Supporters cheer as Democratic presidential hopeful Hillary Clinton takes the stage after winning in New Hampshire.
“I found my own voice,” Hillary Clinton said in her New Hampshire victory speech, admitting to more than just a bumpy campaign. Instead, she appeared to be pointing at the stilted rhetoric and focus-grouping that have plagued her run for president. With Iowa and New Hampshire behind her, the senator’s campaign promise, it seems, is to speak from the heart.
Both Clinton and Sen. John McCain, who won handily on the Republican side, described their victories as comebacks. With Iowa winner Mike Huckabee coming in third, and Mitt Romney still unable to break out of second place, the Republicans’ race for the White House looks as up for grabs as the Democrats’.
If the Clinton machine indeed has righted itself, it has done so only with negative attacks, a tactic that Romney used with little success. Obama’s hope hype still has legs, and he’s likely to do well in South Carolina, the next contest.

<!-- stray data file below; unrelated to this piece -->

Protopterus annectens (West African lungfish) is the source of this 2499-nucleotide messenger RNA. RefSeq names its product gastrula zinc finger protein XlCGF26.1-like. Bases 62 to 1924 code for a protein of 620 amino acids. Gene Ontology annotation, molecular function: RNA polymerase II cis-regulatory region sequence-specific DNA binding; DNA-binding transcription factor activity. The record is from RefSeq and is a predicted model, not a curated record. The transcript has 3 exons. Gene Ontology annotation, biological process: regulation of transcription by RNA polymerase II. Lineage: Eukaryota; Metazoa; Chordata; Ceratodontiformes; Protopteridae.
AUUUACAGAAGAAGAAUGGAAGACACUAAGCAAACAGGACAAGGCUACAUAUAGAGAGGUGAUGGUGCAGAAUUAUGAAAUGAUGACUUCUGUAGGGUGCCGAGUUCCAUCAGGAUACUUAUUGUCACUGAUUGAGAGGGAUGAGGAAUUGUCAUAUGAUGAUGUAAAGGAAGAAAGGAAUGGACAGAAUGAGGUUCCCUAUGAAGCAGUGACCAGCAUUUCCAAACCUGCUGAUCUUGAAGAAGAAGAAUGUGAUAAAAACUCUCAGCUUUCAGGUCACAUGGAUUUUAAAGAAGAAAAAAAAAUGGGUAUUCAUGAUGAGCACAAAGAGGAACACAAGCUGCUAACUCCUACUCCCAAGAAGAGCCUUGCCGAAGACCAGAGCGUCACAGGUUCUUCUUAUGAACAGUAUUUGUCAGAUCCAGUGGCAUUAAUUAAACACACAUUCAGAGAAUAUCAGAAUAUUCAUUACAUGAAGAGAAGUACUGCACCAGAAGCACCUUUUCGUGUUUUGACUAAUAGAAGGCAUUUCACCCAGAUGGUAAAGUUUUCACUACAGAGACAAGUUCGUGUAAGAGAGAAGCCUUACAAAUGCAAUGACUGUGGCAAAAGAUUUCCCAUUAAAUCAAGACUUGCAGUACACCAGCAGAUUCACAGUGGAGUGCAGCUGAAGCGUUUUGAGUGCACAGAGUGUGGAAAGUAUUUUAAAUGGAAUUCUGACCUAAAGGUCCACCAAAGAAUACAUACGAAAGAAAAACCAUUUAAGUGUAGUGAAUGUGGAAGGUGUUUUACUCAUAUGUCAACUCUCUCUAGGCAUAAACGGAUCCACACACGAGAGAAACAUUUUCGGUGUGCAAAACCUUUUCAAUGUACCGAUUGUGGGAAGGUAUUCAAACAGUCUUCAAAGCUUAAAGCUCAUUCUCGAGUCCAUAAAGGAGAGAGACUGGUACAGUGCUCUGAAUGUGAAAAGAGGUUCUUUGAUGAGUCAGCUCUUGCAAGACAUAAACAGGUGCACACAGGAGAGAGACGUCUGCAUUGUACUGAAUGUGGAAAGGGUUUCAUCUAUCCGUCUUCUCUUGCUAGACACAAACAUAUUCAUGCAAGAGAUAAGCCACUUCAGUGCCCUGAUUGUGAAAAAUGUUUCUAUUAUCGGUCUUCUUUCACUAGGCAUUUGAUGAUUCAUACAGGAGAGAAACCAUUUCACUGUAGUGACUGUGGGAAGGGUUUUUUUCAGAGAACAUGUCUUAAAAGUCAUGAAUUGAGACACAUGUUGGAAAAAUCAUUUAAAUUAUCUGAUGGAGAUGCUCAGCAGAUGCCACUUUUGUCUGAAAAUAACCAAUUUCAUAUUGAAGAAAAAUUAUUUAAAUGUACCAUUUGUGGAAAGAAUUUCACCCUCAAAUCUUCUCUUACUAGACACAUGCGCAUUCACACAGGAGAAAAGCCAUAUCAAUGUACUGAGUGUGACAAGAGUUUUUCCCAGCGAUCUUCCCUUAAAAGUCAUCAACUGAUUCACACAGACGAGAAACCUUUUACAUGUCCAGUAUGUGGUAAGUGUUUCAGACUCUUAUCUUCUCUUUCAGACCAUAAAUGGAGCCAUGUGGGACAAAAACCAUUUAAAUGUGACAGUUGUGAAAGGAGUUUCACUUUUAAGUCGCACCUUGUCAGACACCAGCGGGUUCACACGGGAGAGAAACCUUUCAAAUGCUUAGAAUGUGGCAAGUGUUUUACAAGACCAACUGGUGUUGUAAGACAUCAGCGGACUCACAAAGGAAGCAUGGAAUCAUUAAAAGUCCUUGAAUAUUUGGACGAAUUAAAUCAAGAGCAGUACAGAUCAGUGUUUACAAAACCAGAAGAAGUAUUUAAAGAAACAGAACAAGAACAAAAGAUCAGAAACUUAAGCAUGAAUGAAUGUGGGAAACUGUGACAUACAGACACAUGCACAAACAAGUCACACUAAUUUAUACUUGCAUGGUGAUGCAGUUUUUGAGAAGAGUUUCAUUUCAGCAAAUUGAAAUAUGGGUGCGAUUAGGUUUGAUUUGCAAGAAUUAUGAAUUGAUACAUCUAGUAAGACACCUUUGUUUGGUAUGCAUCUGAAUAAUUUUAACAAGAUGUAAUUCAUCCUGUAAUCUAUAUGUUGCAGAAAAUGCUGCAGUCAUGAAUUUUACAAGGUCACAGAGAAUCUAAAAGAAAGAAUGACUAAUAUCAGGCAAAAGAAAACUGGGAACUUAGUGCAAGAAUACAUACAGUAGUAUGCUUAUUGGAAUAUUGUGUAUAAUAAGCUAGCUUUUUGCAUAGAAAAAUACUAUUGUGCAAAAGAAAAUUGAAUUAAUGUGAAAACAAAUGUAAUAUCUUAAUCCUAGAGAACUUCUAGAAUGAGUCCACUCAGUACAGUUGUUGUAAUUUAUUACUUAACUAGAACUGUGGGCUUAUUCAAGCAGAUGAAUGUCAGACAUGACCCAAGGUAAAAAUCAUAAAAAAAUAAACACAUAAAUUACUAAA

And let’s not forget John Edwards, who probably won’t win and will have to send his support one way or the other. Considering his many harsh words for Clinton, it’s not so difficult to guess what direction he will look.
Whatever voice she uses, Hillary Clinton proved tonight that she is no pushover.
And beyond all that, the groundswell under the wave, is a hunger for something new. In interviews and focus groups all over the state, voters—especially Democrats—expressed this appetite. “It’s not about change,” said pollster Frank Luntz. “It’s about a new beginning. Democrats want to wipe the slate clean.”
That’s not what Hillary Clinton had hoped to hear 16 years after her now snowy-haired husband survived a wild ride in New Hampshire on his way to the presidency. As Obama began to look unstoppable, dreams of a Clinton restoration gave way to frantic rumors and desperate strategy sessions. Political operatives and journalists traded hints of staff shake-ups, insider infighting and hail-Mary gambles to somehow stem the Obama tide.
As the ballot-counting began, however, it was clear that Clinton’s well-organized New Hampshire machine was not going to collapse without a fight. Early returns showed her running strong in Manchester, the state’s largest city. Indeed, the tighter-than-expected race underlined an overlooked fact of the Iowa caucus: Clinton didn’t do badly there. She and former North Carolina Sen. John Edwards ran up what would have been record tallies in any previous year while finishing in a near-tie. It’s just that Obama shattered all records.